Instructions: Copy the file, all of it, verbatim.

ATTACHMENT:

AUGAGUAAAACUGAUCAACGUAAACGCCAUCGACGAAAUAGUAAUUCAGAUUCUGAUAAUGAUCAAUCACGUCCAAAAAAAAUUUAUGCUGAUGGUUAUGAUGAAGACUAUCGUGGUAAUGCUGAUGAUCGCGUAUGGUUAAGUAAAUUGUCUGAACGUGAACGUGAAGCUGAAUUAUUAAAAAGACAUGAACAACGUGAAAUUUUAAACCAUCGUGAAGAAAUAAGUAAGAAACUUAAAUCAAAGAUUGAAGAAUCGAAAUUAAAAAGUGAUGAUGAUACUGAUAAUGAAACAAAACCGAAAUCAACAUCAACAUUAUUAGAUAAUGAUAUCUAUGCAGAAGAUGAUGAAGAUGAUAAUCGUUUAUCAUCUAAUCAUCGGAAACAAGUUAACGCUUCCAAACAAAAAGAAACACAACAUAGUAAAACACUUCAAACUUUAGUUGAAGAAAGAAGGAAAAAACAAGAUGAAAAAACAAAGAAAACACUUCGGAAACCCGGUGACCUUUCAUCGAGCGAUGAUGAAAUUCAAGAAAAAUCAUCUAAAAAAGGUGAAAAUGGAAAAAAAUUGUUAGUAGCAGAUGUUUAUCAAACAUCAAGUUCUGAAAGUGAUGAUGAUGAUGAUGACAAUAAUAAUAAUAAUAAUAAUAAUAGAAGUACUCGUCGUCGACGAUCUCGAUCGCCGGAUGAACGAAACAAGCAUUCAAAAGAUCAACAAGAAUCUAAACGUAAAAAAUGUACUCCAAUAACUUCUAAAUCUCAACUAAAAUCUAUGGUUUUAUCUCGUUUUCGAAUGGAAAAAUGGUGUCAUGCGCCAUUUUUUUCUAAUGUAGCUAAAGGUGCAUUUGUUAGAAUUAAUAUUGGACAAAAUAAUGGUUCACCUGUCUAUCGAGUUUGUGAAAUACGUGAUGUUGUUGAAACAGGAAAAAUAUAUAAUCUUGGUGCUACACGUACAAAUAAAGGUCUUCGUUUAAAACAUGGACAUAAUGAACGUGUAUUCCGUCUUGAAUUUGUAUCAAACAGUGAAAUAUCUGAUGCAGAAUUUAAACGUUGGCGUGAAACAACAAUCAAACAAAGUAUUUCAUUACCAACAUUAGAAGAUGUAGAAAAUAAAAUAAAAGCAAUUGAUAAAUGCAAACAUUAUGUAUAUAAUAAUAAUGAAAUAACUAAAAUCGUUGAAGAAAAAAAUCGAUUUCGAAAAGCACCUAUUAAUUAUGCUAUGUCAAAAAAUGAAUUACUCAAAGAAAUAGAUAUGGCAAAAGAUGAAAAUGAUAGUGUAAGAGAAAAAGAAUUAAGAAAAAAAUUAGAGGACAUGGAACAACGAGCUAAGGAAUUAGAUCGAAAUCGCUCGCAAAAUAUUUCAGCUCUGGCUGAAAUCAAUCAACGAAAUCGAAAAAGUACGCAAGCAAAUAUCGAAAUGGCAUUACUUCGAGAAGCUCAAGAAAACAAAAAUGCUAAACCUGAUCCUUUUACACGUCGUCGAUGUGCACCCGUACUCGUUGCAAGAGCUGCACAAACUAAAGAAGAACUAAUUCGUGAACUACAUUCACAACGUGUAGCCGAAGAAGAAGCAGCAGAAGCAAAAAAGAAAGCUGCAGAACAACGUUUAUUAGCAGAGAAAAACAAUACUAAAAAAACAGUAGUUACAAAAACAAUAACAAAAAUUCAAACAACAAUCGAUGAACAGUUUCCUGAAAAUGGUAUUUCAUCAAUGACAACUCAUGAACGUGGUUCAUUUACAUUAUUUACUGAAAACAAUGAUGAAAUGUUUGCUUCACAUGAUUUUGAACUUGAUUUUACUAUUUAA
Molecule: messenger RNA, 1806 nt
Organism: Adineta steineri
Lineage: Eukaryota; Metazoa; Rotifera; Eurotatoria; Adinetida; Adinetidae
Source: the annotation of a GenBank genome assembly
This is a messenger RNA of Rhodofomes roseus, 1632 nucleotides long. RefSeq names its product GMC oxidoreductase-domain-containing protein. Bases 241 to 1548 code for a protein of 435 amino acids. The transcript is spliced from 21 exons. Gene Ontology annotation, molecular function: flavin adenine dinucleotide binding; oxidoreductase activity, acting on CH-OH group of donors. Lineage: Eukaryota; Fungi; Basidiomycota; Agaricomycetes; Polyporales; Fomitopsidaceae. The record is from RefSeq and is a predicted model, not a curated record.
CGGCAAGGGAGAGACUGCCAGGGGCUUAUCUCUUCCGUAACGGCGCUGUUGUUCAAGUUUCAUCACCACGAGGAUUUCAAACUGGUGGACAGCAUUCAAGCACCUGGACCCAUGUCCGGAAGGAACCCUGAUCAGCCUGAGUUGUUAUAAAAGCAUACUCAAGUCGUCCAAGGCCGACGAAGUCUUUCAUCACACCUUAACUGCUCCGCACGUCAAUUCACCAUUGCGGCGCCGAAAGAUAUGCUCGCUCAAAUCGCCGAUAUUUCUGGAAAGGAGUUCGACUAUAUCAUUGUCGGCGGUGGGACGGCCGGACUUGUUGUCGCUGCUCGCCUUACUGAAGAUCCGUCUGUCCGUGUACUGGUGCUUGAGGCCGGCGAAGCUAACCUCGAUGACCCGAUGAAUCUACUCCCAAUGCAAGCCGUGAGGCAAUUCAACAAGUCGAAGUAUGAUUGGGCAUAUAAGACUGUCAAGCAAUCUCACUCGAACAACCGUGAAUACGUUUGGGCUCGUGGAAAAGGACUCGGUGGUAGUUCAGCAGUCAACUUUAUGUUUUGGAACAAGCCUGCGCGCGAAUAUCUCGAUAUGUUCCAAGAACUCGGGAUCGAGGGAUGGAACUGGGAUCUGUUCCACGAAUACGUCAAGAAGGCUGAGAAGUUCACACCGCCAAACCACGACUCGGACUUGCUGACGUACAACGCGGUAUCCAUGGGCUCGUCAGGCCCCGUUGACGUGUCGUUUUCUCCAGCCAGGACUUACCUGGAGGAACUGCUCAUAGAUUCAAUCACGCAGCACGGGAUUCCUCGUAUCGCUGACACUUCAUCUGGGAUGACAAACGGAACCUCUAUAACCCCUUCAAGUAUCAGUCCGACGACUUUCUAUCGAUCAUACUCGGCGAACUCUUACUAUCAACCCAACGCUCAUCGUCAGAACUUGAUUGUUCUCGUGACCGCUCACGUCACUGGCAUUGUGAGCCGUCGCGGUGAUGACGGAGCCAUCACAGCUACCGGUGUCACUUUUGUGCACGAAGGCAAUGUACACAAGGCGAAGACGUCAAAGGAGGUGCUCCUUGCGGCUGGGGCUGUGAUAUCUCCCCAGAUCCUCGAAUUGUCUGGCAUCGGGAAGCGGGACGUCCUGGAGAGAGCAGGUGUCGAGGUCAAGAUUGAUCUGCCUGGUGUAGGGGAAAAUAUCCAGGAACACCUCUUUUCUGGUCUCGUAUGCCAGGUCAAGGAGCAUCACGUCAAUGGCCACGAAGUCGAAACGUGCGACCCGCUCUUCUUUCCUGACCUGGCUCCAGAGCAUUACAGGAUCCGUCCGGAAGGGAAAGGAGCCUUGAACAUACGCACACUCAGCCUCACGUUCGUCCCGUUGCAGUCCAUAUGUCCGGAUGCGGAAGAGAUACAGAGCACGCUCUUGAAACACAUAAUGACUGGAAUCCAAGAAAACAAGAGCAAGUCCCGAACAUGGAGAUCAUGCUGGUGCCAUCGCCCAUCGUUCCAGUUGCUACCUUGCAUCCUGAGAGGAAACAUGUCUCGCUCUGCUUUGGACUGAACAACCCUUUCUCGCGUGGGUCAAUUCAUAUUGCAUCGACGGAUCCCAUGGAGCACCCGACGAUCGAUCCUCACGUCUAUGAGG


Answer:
AUGAGUAAAACUGAUCAACGUAAACGCCAUCGACGAAAUAGUAAUUCAGAUUCUGAUAAUGAUCAAUCACGUCCAAAAAAAAUUUAUGCUGAUGGUUAUGAUGAAGACUAUCGUGGUAAUGCUGAUGAUCGCGUAUGGUUAAGUAAAUUGUCUGAACGUGAACGUGAAGCUGAAUUAUUAAAAAGACAUGAACAACGUGAAAUUUUAAACCAUCGUGAAGAAAUAAGUAAGAAACUUAAAUCAAAGAUUGAAGAAUCGAAAUUAAAAAGUGAUGAUGAUACUGAUAAUGAAACAAAACCGAAAUCAACAUCAACAUUAUUAGAUAAUGAUAUCUAUGCAGAAGAUGAUGAAGAUGAUAAUCGUUUAUCAUCUAAUCAUCGGAAACAAGUUAACGCUUCCAAACAAAAAGAAACACAACAUAGUAAAACACUUCAAACUUUAGUUGAAGAAAGAAGGAAAAAACAAGAUGAAAAAACAAAGAAAACACUUCGGAAACCCGGUGACCUUUCAUCGAGCGAUGAUGAAAUUCAAGAAAAAUCAUCUAAAAAAGGUGAAAAUGGAAAAAAAUUGUUAGUAGCAGAUGUUUAUCAAACAUCAAGUUCUGAAAGUGAUGAUGAUGAUGAUGACAAUAAUAAUAAUAAUAAUAAUAAUAGAAGUACUCGUCGUCGACGAUCUCGAUCGCCGGAUGAACGAAACAAGCAUUCAAAAGAUCAACAAGAAUCUAAACGUAAAAAAUGUACUCCAAUAACUUCUAAAUCUCAACUAAAAUCUAUGGUUUUAUCUCGUUUUCGAAUGGAAAAAUGGUGUCAUGCGCCAUUUUUUUCUAAUGUAGCUAAAGGUGCAUUUGUUAGAAUUAAUAUUGGACAAAAUAAUGGUUCACCUGUCUAUCGAGUUUGUGAAAUACGUGAUGUUGUUGAAACAGGAAAAAUAUAUAAUCUUGGUGCUACACGUACAAAUAAAGGUCUUCGUUUAAAACAUGGACAUAAUGAACGUGUAUUCCGUCUUGAAUUUGUAUCAAACAGUGAAAUAUCUGAUGCAGAAUUUAAACGUUGGCGUGAAACAACAAUCAAACAAAGUAUUUCAUUACCAACAUUAGAAGAUGUAGAAAAUAAAAUAAAAGCAAUUGAUAAAUGCAAACAUUAUGUAUAUAAUAAUAAUGAAAUAACUAAAAUCGUUGAAGAAAAAAAUCGAUUUCGAAAAGCACCUAUUAAUUAUGCUAUGUCAAAAAAUGAAUUACUCAAAGAAAUAGAUAUGGCAAAAGAUGAAAAUGAUAGUGUAAGAGAAAAAGAAUUAAGAAAAAAAUUAGAGGACAUGGAACAACGAGCUAAGGAAUUAGAUCGAAAUCGCUCGCAAAAUAUUUCAGCUCUGGCUGAAAUCAAUCAACGAAAUCGAAAAAGUACGCAAGCAAAUAUCGAAAUGGCAUUACUUCGAGAAGCUCAAGAAAACAAAAAUGCUAAACCUGAUCCUUUUACACGUCGUCGAUGUGCACCCGUACUCGUUGCAAGAGCUGCACAAACUAAAGAAGAACUAAUUCGUGAACUACAUUCACAACGUGUAGCCGAAGAAGAAGCAGCAGAAGCAAAAAAGAAAGCUGCAGAACAACGUUUAUUAGCAGAGAAAAACAAUACUAAAAAAACAGUAGUUACAAAAACAAUAACAAAAAUUCAAACAACAAUCGAUGAACAGUUUCCUGAAAAUGGUAUUUCAUCAAUGACAACUCAUGAACGUGGUUCAUUUACAUUAUUUACUGAAAACAAUGAUGAAAUGUUUGCUUCACAUGAUUUUGAACUUGAUUUUACUAUUUAA
Molecule: messenger RNA, 1806 nt
Organism: Adineta steineri
Lineage: Eukaryota; Metazoa; Rotifera; Eurotatoria; Adinetida; Adinetidae
Source: the annotation of a GenBank genome assembly
This is a messenger RNA of Rhodofomes roseus, 1632 nucleotides long. RefSeq names its product GMC oxidoreductase-domain-containing protein. Bases 241 to 1548 code for a protein of 435 amino acids. The transcript is spliced from 21 exons. Gene Ontology annotation, molecular function: flavin adenine dinucleotide binding; oxidoreductase activity, acting on CH-OH group of donors. Lineage: Eukaryota; Fungi; Basidiomycota; Agaricomycetes; Polyporales; Fomitopsidaceae. The record is from RefSeq and is a predicted model, not a curated record.
CGGCAAGGGAGAGACUGCCAGGGGCUUAUCUCUUCCGUAACGGCGCUGUUGUUCAAGUUUCAUCACCACGAGGAUUUCAAACUGGUGGACAGCAUUCAAGCACCUGGACCCAUGUCCGGAAGGAACCCUGAUCAGCCUGAGUUGUUAUAAAAGCAUACUCAAGUCGUCCAAGGCCGACGAAGUCUUUCAUCACACCUUAACUGCUCCGCACGUCAAUUCACCAUUGCGGCGCCGAAAGAUAUGCUCGCUCAAAUCGCCGAUAUUUCUGGAAAGGAGUUCGACUAUAUCAUUGUCGGCGGUGGGACGGCCGGACUUGUUGUCGCUGCUCGCCUUACUGAAGAUCCGUCUGUCCGUGUACUGGUGCUUGAGGCCGGCGAAGCUAACCUCGAUGACCCGAUGAAUCUACUCCCAAUGCAAGCCGUGAGGCAAUUCAACAAGUCGAAGUAUGAUUGGGCAUAUAAGACUGUCAAGCAAUCUCACUCGAACAACCGUGAAUACGUUUGGGCUCGUGGAAAAGGACUCGGUGGUAGUUCAGCAGUCAACUUUAUGUUUUGGAACAAGCCUGCGCGCGAAUAUCUCGAUAUGUUCCAAGAACUCGGGAUCGAGGGAUGGAACUGGGAUCUGUUCCACGAAUACGUCAAGAAGGCUGAGAAGUUCACACCGCCAAACCACGACUCGGACUUGCUGACGUACAACGCGGUAUCCAUGGGCUCGUCAGGCCCCGUUGACGUGUCGUUUUCUCCAGCCAGGACUUACCUGGAGGAACUGCUCAUAGAUUCAAUCACGCAGCACGGGAUUCCUCGUAUCGCUGACACUUCAUCUGGGAUGACAAACGGAACCUCUAUAACCCCUUCAAGUAUCAGUCCGACGACUUUCUAUCGAUCAUACUCGGCGAACUCUUACUAUCAACCCAACGCUCAUCGUCAGAACUUGAUUGUUCUCGUGACCGCUCACGUCACUGGCAUUGUGAGCCGUCGCGGUGAUGACGGAGCCAUCACAGCUACCGGUGUCACUUUUGUGCACGAAGGCAAUGUACACAAGGCGAAGACGUCAAAGGAGGUGCUCCUUGCGGCUGGGGCUGUGAUAUCUCCCCAGAUCCUCGAAUUGUCUGGCAUCGGGAAGCGGGACGUCCUGGAGAGAGCAGGUGUCGAGGUCAAGAUUGAUCUGCCUGGUGUAGGGGAAAAUAUCCAGGAACACCUCUUUUCUGGUCUCGUAUGCCAGGUCAAGGAGCAUCACGUCAAUGGCCACGAAGUCGAAACGUGCGACCCGCUCUUCUUUCCUGACCUGGCUCCAGAGCAUUACAGGAUCCGUCCGGAAGGGAAAGGAGCCUUGAACAUACGCACACUCAGCCUCACGUUCGUCCCGUUGCAGUCCAUAUGUCCGGAUGCGGAAGAGAUACAGAGCACGCUCUUGAAACACAUAAUGACUGGAAUCCAAGAAAACAAGAGCAAGUCCCGAACAUGGAGAUCAUGCUGGUGCCAUCGCCCAUCGUUCCAGUUGCUACCUUGCAUCCUGAGAGGAAACAUGUCUCGCUCUGCUUUGGACUGAACAACCCUUUCUCGCGUGGGUCAAUUCAUAUUGCAUCGACGGAUCCCAUGGAGCACCCGACGAUCGAUCCUCACGUCUAUGAGG